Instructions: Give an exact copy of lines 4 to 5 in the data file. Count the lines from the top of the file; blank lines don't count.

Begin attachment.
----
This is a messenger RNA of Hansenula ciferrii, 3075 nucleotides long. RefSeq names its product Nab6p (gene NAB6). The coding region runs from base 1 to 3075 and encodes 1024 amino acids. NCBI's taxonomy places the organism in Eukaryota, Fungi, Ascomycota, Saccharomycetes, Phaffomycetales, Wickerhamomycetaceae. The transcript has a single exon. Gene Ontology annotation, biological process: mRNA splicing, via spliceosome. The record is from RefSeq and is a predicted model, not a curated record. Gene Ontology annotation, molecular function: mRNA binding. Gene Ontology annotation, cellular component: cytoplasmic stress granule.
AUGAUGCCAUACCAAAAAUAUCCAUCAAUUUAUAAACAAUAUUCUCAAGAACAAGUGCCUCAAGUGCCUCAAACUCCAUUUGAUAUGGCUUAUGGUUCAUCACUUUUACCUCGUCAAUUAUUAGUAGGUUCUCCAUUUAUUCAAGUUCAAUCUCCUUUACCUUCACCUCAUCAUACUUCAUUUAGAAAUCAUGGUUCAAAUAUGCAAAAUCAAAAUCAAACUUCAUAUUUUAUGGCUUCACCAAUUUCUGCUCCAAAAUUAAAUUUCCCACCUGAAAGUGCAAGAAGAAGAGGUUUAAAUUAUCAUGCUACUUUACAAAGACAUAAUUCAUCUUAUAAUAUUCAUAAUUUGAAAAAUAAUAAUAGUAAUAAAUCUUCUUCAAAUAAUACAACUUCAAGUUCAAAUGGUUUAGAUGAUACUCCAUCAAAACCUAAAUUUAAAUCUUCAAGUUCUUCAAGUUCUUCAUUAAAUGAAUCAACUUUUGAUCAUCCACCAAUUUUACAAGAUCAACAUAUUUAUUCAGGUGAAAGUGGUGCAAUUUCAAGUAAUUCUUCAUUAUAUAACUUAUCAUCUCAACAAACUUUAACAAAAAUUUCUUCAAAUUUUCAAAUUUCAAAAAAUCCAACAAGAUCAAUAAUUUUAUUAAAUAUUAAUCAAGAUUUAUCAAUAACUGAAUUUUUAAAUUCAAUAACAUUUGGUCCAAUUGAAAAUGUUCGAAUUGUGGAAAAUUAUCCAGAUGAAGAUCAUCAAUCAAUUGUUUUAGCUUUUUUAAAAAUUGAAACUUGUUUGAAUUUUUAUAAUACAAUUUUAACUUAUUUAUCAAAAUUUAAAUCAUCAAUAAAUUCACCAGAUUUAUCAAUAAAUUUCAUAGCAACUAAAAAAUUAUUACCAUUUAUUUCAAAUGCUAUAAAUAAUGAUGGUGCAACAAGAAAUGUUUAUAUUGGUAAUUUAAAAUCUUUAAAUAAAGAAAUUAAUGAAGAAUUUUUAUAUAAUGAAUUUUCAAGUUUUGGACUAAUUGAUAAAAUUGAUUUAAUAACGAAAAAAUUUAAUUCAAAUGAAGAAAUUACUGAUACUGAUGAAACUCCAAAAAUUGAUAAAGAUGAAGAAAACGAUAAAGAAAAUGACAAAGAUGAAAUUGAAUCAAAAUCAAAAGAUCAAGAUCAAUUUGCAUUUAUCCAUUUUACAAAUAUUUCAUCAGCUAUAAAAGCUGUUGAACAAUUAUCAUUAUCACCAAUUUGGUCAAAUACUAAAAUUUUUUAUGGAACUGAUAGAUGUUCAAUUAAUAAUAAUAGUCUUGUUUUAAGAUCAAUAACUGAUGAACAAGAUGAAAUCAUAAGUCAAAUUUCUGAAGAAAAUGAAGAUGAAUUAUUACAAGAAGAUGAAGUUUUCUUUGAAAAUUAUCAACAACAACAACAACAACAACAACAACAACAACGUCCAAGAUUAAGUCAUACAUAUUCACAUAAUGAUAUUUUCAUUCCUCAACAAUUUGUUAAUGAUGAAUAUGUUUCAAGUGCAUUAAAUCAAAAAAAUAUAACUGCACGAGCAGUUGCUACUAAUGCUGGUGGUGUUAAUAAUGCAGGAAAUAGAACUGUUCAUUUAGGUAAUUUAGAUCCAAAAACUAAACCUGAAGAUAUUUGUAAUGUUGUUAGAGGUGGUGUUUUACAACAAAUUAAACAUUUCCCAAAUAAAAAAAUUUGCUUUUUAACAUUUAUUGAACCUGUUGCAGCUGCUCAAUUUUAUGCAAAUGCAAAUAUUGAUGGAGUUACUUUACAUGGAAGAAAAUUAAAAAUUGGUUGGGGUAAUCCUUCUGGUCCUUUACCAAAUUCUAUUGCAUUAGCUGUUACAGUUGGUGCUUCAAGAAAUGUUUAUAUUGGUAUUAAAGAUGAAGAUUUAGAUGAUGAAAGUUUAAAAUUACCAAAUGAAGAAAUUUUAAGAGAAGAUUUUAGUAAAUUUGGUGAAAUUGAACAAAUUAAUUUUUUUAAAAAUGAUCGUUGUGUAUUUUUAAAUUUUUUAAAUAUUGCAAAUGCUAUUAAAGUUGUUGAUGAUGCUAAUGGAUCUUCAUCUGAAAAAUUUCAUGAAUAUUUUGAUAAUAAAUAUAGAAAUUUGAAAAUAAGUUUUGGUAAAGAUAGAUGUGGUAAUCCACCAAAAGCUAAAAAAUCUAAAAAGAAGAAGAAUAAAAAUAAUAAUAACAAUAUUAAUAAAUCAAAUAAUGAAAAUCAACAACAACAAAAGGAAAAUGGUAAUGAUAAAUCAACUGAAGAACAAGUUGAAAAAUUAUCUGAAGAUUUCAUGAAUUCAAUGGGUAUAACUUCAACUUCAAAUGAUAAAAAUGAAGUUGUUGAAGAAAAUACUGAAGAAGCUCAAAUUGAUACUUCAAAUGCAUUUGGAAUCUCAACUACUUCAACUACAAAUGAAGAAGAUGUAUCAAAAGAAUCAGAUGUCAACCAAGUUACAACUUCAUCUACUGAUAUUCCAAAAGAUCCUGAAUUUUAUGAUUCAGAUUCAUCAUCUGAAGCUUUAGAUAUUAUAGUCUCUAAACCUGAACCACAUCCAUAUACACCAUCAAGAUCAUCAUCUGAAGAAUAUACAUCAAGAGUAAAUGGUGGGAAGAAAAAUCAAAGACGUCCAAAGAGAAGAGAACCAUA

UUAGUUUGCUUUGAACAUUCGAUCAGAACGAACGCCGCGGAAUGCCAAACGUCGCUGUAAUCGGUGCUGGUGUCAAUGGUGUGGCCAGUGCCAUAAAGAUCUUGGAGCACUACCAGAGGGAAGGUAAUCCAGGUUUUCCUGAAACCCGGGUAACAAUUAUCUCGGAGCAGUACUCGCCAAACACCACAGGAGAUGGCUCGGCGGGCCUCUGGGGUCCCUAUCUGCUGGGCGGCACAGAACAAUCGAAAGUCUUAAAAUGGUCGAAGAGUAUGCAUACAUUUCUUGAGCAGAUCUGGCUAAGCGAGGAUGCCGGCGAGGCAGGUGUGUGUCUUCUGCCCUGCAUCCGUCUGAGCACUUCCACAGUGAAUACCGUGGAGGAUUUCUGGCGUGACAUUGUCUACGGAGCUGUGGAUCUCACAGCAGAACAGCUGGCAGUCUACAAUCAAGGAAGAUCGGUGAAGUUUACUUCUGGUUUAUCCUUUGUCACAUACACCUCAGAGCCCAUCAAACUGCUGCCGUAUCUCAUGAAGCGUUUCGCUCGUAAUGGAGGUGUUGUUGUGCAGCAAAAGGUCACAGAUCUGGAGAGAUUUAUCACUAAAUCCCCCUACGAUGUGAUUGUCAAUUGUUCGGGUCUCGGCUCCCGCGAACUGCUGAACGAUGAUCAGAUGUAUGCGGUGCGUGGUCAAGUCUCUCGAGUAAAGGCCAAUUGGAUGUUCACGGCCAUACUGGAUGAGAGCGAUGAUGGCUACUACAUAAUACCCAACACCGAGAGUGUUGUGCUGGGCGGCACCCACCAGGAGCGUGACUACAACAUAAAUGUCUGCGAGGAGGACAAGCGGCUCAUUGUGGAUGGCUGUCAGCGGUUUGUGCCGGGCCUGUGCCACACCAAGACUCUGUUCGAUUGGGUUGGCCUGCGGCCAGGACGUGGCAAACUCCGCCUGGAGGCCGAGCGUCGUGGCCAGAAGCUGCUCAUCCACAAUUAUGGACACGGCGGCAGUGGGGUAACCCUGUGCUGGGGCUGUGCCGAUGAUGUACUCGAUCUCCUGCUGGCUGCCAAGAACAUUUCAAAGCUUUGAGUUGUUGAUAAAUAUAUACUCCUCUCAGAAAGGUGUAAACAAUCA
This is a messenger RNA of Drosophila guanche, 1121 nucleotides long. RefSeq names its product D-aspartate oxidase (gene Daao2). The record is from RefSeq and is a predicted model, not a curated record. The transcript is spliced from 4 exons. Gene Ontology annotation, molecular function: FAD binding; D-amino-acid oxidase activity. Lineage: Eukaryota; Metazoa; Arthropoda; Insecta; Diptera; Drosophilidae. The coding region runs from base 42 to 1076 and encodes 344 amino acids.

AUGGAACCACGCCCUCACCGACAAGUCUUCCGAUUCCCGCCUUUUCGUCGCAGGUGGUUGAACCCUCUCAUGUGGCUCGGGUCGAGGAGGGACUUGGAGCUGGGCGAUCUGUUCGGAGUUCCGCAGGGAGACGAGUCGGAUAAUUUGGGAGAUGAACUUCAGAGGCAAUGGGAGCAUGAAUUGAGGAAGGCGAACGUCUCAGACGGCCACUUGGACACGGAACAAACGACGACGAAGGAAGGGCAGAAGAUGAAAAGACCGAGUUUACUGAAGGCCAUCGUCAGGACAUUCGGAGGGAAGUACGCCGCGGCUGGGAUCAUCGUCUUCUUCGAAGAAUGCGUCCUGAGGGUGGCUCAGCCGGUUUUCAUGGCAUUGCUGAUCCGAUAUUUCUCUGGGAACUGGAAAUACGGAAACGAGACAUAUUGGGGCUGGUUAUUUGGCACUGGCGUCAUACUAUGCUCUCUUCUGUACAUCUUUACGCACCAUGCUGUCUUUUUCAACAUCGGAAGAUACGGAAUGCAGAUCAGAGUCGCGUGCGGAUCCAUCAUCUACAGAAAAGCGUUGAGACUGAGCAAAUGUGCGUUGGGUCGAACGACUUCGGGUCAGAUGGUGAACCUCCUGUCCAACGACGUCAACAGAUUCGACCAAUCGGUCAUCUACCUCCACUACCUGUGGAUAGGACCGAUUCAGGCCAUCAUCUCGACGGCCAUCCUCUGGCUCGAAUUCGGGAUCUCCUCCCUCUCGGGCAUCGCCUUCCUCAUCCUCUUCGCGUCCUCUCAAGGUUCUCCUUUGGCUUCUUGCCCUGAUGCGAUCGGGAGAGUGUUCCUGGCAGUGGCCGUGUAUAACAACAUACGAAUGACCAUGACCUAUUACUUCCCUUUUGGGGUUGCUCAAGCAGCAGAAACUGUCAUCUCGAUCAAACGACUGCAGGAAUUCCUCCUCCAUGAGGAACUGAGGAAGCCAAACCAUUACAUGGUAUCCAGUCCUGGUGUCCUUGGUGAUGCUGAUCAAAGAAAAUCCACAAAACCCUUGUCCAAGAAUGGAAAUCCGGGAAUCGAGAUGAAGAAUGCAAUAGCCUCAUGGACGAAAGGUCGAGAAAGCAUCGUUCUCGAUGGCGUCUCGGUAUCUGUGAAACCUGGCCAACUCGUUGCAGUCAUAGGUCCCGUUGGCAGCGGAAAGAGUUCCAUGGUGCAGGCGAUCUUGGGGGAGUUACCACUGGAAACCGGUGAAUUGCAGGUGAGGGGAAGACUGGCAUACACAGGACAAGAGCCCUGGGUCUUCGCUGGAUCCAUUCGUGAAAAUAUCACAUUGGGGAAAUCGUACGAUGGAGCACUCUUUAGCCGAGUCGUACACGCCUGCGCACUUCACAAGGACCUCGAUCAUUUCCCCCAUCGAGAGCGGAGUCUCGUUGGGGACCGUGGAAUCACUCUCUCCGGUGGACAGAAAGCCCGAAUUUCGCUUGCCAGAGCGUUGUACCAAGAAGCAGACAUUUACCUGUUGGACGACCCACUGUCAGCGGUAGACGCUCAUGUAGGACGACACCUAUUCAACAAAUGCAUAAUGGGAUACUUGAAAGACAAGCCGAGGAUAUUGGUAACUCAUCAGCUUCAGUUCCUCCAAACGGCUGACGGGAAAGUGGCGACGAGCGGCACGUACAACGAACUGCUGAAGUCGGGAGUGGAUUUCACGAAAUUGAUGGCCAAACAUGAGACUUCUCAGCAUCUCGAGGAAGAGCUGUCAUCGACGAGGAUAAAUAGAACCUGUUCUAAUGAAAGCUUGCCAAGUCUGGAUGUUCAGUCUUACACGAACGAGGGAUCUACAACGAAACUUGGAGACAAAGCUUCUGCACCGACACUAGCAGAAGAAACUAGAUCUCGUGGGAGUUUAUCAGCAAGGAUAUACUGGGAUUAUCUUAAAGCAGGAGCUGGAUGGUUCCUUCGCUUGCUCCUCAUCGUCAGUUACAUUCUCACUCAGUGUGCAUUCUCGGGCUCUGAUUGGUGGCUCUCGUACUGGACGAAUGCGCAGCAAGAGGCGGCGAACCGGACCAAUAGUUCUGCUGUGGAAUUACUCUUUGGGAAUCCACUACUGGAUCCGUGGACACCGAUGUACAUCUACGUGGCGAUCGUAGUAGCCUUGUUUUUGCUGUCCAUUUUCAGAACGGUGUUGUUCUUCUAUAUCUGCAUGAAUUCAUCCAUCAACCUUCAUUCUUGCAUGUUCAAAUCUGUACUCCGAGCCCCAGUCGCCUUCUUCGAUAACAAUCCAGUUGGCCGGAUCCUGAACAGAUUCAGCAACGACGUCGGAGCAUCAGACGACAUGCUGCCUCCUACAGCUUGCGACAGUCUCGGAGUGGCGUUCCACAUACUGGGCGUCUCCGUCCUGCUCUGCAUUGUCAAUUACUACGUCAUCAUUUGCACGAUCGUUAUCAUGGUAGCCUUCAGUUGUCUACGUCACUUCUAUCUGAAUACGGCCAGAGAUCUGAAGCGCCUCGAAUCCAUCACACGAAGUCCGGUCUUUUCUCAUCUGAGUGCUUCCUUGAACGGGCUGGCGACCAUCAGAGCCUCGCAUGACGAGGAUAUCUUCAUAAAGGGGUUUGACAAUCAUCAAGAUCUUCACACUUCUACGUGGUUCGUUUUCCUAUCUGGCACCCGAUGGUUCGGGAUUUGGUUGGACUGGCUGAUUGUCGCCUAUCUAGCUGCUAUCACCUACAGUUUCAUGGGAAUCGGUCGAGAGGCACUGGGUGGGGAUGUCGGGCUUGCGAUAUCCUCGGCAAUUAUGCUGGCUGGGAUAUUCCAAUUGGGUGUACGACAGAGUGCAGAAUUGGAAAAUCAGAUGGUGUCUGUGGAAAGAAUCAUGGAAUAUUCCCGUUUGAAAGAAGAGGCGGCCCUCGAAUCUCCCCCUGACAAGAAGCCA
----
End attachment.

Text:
This is a messenger RNA of Drosophila guanche, 1121 nucleotides long. RefSeq names its product D-aspartate oxidase (gene Daao2). The record is from RefSeq and is a predicted model, not a curated record. The transcript is spliced from 4 exons. Gene Ontology annotation, molecular function: FAD binding; D-amino-acid oxidase activity. Lineage: Eukaryota; Metazoa; Arthropoda; Insecta; Diptera; Drosophilidae. The coding region runs from base 42 to 1076 and encodes 344 amino acids.

AUGGAACCACGCCCUCACCGACAAGUCUUCCGAUUCCCGCCUUUUCGUCGCAGGUGGUUGAACCCUCUCAUGUGGCUCGGGUCGAGGAGGGACUUGGAGCUGGGCGAUCUGUUCGGAGUUCCGCAGGGAGACGAGUCGGAUAAUUUGGGAGAUGAACUUCAGAGGCAAUGGGAGCAUGAAUUGAGGAAGGCGAACGUCUCAGACGGCCACUUGGACACGGAACAAACGACGACGAAGGAAGGGCAGAAGAUGAAAAGACCGAGUUUACUGAAGGCCAUCGUCAGGACAUUCGGAGGGAAGUACGCCGCGGCUGGGAUCAUCGUCUUCUUCGAAGAAUGCGUCCUGAGGGUGGCUCAGCCGGUUUUCAUGGCAUUGCUGAUCCGAUAUUUCUCUGGGAACUGGAAAUACGGAAACGAGACAUAUUGGGGCUGGUUAUUUGGCACUGGCGUCAUACUAUGCUCUCUUCUGUACAUCUUUACGCACCAUGCUGUCUUUUUCAACAUCGGAAGAUACGGAAUGCAGAUCAGAGUCGCGUGCGGAUCCAUCAUCUACAGAAAAGCGUUGAGACUGAGCAAAUGUGCGUUGGGUCGAACGACUUCGGGUCAGAUGGUGAACCUCCUGUCCAACGACGUCAACAGAUUCGACCAAUCGGUCAUCUACCUCCACUACCUGUGGAUAGGACCGAUUCAGGCCAUCAUCUCGACGGCCAUCCUCUGGCUCGAAUUCGGGAUCUCCUCCCUCUCGGGCAUCGCCUUCCUCAUCCUCUUCGCGUCCUCUCAAGGUUCUCCUUUGGCUUCUUGCCCUGAUGCGAUCGGGAGAGUGUUCCUGGCAGUGGCCGUGUAUAACAACAUACGAAUGACCAUGACCUAUUACUUCCCUUUUGGGGUUGCUCAAGCAGCAGAAACUGUCAUCUCGAUCAAACGACUGCAGGAAUUCCUCCUCCAUGAGGAACUGAGGAAGCCAAACCAUUACAUGGUAUCCAGUCCUGGUGUCCUUGGUGAUGCUGAUCAAAGAAAAUCCACAAAACCCUUGUCCAAGAAUGGAAAUCCGGGAAUCGAGAUGAAGAAUGCAAUAGCCUCAUGGACGAAAGGUCGAGAAAGCAUCGUUCUCGAUGGCGUCUCGGUAUCUGUGAAACCUGGCCAACUCGUUGCAGUCAUAGGUCCCGUUGGCAGCGGAAAGAGUUCCAUGGUGCAGGCGAUCUUGGGGGAGUUACCACUGGAAACCGGUGAAUUGCAGGUGAGGGGAAGACUGGCAUACACAGGACAAGAGCCCUGGGUCUUCGCUGGAUCCAUUCGUGAAAAUAUCACAUUGGGGAAAUCGUACGAUGGAGCACUCUUUAGCCGAGUCGUACACGCCUGCGCACUUCACAAGGACCUCGAUCAUUUCCCCCAUCGAGAGCGGAGUCUCGUUGGGGACCGUGGAAUCACUCUCUCCGGUGGACAGAAAGCCCGAAUUUCGCUUGCCAGAGCGUUGUACCAAGAAGCAGACAUUUACCUGUUGGACGACCCACUGUCAGCGGUAGACGCUCAUGUAGGACGACACCUAUUCAACAAAUGCAUAAUGGGAUACUUGAAAGACAAGCCGAGGAUAUUGGUAACUCAUCAGCUUCAGUUCCUCCAAACGGCUGACGGGAAAGUGGCGACGAGCGGCACGUACAACGAACUGCUGAAGUCGGGAGUGGAUUUCACGAAAUUGAUGGCCAAACAUGAGACUUCUCAGCAUCUCGAGGAAGAGCUGUCAUCGACGAGGAUAAAUAGAACCUGUUCUAAUGAAAGCUUGCCAAGUCUGGAUGUUCAGUCUUACACGAACGAGGGAUCUACAACGAAACUUGGAGACAAAGCUUCUGCACCGACACUAGCAGAAGAAACUAGAUCUCGUGGGAGUUUAUCAGCAAGGAUAUACUGGGAUUAUCUUAAAGCAGGAGCUGGAUGGUUCCUUCGCUUGCUCCUCAUCGUCAGUUACAUUCUCACUCAGUGUGCAUUCUCGGGCUCUGAUUGGUGGCUCUCGUACUGGACGAAUGCGCAGCAAGAGGCGGCGAACCGGACCAAUAGUUCUGCUGUGGAAUUACUCUUUGGGAAUCCACUACUGGAUCCGUGGACACCGAUGUACAUCUACGUGGCGAUCGUAGUAGCCUUGUUUUUGCUGUCCAUUUUCAGAACGGUGUUGUUCUUCUAUAUCUGCAUGAAUUCAUCCAUCAACCUUCAUUCUUGCAUGUUCAAAUCUGUACUCCGAGCCCCAGUCGCCUUCUUCGAUAACAAUCCAGUUGGCCGGAUCCUGAACAGAUUCAGCAACGACGUCGGAGCAUCAGACGACAUGCUGCCUCCUACAGCUUGCGACAGUCUCGGAGUGGCGUUCCACAUACUGGGCGUCUCCGUCCUGCUCUGCAUUGUCAAUUACUACGUCAUCAUUUGCACGAUCGUUAUCAUGGUAGCCUUCAGUUGUCUACGUCACUUCUAUCUGAAUACGGCCAGAGAUCUGAAGCGCCUCGAAUCCAUCACACGAAGUCCGGUCUUUUCUCAUCUGAGUGCUUCCUUGAACGGGCUGGCGACCAUCAGAGCCUCGCAUGACGAGGAUAUCUUCAUAAAGGGGUUUGACAAUCAUCAAGAUCUUCACACUUCUACGUGGUUCGUUUUCCUAUCUGGCACCCGAUGGUUCGGGAUUUGGUUGGACUGGCUGAUUGUCGCCUAUCUAGCUGCUAUCACCUACAGUUUCAUGGGAAUCGGUCGAGAGGCACUGGGUGGGGAUGUCGGGCUUGCGAUAUCCUCGGCAAUUAUGCUGGCUGGGAUAUUCCAAUUGGGUGUACGACAGAGUGCAGAAUUGGAAAAUCAGAUGGUGUCUGUGGAAAGAAUCAUGGAAUAUUCCCGUUUGAAAGAAGAGGCGGCCCUCGAAUCUCCCCCUGACAAGAAGCCA